The award-winning bimonthly magazine providing in-depth coverage of education issues.
Read this issue online as well as the archived editions.
Staying in Touch: Fostering ongoing communication with the community
By Jim Paterson
When parents think about how their child’s school connects with the family each year, a few things are likely to come to mind – an occasional recorded phone call, a back-to-school-night event, or a flyer stuffed in a backpack and only retrieved by chance.
But that’s changing, in part driven by the huge shifts in communications technology, but also by parents who are seeking more detailed information about schools, and by districts recognizing that better and more connections will make their job of educating their students easier and more effective.
“Administrators are smart about how they do our job, but we are smarter when we collaborate,” says Diane McCallum, principal at Summitview Elementary School in Waynesboro, PA, and the head of a special communications committee established two years ago to broaden the reach of the Waynesboro Area School District (Franklin Co.).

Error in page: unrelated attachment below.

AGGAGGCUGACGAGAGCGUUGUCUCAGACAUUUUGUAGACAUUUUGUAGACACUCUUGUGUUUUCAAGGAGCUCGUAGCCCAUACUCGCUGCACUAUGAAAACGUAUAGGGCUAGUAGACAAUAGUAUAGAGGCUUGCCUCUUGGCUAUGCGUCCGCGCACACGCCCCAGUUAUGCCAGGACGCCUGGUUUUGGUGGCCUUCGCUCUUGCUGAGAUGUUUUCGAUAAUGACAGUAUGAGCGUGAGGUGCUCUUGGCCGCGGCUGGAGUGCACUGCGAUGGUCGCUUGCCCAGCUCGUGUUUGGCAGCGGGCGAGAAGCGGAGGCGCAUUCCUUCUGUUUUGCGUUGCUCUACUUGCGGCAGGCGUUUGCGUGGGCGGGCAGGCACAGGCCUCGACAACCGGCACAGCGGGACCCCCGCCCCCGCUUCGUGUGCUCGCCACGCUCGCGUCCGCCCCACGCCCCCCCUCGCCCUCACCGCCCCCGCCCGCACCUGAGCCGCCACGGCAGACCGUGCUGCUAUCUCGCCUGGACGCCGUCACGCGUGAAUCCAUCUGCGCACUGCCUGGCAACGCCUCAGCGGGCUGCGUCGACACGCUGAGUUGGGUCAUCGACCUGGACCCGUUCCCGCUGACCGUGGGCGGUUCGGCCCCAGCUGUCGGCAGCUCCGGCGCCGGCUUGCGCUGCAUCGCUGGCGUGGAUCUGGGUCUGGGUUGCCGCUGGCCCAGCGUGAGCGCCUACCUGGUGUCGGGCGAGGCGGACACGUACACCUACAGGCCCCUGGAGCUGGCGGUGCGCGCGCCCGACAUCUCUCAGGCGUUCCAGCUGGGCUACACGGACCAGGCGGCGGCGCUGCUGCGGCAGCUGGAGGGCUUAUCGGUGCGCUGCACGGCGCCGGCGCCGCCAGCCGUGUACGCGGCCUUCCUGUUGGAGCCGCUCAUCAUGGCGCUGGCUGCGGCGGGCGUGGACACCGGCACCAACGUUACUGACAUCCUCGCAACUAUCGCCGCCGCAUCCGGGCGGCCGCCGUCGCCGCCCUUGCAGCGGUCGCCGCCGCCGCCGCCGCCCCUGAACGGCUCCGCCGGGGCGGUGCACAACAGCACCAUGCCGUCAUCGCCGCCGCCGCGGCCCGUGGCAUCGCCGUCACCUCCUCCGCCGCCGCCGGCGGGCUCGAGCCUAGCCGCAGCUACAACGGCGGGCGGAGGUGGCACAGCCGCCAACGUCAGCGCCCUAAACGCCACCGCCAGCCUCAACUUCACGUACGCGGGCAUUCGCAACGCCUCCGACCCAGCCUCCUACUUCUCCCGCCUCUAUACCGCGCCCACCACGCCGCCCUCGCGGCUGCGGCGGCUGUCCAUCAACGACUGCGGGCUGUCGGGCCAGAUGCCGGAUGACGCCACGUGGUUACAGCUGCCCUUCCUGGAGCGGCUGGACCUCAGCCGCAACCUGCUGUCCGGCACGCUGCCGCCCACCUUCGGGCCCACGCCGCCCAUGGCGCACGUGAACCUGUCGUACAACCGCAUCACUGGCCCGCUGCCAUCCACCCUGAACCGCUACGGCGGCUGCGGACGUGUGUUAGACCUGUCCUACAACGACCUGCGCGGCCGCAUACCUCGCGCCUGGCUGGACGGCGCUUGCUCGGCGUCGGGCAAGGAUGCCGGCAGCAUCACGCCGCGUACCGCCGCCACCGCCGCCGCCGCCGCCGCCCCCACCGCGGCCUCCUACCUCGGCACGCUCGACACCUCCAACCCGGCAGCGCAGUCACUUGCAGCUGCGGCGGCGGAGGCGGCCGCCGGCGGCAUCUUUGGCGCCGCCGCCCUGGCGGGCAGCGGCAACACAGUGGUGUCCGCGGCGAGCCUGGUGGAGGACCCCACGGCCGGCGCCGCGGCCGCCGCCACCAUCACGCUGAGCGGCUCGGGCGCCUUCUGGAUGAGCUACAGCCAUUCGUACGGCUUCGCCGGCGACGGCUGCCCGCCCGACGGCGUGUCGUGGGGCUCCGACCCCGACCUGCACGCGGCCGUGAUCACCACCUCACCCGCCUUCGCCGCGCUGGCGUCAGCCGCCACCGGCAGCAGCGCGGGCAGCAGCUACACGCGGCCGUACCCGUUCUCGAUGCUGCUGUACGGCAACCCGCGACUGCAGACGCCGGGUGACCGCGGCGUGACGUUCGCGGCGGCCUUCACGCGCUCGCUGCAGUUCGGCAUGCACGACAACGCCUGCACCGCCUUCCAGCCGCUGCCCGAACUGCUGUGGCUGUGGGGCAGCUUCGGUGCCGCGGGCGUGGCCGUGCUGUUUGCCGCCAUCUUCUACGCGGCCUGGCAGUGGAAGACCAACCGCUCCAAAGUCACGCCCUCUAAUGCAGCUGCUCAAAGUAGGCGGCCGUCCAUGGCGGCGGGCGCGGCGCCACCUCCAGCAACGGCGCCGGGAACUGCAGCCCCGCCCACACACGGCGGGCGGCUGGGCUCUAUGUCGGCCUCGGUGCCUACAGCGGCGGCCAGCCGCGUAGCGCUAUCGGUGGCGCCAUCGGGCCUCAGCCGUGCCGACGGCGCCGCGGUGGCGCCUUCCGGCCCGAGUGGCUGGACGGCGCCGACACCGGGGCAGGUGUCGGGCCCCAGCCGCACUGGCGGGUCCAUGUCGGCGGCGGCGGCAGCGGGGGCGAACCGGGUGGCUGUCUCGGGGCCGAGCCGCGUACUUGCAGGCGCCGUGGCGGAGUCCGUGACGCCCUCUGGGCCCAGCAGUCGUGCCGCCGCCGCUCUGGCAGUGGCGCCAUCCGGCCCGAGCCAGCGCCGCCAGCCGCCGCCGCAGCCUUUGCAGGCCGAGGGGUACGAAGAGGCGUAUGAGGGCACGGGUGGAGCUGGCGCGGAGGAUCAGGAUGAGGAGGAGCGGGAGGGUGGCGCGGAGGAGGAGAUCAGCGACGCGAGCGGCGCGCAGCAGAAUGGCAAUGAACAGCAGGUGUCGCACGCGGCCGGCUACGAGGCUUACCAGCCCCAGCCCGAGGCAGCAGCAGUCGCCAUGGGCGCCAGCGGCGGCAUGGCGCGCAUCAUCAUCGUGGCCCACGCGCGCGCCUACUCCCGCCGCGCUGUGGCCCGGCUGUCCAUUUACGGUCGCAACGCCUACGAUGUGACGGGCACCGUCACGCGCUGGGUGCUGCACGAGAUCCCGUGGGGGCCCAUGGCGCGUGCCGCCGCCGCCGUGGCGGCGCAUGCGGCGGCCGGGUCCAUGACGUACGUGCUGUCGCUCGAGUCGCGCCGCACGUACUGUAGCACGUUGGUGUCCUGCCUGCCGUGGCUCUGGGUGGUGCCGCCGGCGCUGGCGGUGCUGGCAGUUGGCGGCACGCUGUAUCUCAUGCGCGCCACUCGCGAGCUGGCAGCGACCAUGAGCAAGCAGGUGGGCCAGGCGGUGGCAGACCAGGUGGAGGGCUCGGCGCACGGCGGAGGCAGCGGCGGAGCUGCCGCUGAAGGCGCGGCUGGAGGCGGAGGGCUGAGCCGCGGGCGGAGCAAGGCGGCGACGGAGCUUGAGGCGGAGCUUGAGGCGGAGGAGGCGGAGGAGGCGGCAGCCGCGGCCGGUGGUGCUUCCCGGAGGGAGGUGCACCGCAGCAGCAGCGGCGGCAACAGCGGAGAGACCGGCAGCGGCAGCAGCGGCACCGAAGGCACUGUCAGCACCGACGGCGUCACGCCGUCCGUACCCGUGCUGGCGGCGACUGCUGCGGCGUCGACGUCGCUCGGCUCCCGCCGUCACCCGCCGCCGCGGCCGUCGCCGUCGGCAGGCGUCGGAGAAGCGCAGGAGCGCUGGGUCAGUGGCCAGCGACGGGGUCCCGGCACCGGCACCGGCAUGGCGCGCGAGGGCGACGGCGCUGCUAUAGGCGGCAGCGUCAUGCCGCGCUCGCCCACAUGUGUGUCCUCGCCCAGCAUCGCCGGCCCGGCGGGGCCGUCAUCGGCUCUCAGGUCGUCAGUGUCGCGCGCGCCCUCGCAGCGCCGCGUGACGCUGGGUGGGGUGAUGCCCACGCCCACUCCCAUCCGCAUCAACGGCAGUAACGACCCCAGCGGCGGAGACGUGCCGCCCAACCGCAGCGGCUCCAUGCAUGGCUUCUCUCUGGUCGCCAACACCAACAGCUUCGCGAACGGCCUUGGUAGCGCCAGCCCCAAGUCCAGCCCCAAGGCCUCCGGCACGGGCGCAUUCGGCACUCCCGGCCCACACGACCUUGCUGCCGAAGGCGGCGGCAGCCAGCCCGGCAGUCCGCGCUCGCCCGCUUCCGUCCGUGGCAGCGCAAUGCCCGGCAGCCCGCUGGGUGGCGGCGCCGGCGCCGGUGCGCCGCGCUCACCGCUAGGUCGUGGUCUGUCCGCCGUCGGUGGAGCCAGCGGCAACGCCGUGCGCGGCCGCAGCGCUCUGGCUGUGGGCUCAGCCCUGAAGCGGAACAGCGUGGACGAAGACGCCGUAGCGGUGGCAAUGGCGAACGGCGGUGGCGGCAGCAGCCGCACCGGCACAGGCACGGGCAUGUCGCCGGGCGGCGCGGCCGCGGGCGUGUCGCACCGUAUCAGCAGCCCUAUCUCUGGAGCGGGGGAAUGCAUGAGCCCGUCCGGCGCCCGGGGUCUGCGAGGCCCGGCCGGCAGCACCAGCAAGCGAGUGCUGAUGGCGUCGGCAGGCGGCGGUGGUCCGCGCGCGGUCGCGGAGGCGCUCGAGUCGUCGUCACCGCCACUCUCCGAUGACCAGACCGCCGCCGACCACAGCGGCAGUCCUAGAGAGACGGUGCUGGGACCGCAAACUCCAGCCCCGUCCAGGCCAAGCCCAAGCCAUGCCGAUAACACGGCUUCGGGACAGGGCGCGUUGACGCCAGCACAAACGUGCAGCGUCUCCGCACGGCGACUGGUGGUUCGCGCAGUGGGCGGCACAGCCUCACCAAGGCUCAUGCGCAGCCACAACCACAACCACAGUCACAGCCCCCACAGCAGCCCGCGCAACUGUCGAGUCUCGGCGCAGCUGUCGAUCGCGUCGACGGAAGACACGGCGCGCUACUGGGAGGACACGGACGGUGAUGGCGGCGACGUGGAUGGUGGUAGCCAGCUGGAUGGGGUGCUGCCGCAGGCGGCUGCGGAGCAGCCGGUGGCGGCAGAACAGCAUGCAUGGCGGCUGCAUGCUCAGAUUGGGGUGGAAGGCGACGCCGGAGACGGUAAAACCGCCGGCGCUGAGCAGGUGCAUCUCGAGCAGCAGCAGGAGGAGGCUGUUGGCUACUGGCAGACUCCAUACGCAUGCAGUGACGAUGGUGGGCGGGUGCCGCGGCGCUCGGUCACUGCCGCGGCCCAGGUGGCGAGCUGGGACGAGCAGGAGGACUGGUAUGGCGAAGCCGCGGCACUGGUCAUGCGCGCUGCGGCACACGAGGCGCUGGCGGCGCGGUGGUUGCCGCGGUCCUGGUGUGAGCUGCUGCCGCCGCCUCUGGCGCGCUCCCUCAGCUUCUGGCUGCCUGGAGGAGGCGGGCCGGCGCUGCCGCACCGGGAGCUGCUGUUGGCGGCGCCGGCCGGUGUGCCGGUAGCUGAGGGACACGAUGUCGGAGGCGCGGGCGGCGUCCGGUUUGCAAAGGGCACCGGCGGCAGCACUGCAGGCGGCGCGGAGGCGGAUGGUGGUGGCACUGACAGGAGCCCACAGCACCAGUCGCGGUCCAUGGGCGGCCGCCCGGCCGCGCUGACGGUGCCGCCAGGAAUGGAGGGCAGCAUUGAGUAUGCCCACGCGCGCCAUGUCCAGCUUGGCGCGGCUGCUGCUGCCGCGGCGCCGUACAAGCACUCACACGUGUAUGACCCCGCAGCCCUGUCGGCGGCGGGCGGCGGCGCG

“Hearing the voices of a variety of stakeholders, and getting their input gives us more information and different viewpoints, which allows us to do our job better,” she says. “And if you are not clearly and effectively communicating with families and staff, they may not understand a decision and then have a negative opinion about what’s happening. You have to take time to give them facts.”
A nagging concern
The significance of communications with families and the community is evidenced in a recent survey by the education advocacy organization Project Tomorrow. The results show that about one-third of school administrators say communications issues are “waking them up in the middle of the night.”
That same survey, however, offers some reassuring data. It indicates that more than 70% of secondary school parents were satisfied with school communications and about a third “very satisfied,” although they wanted more direct contact with teachers. The satisfaction level is even higher in elementary grades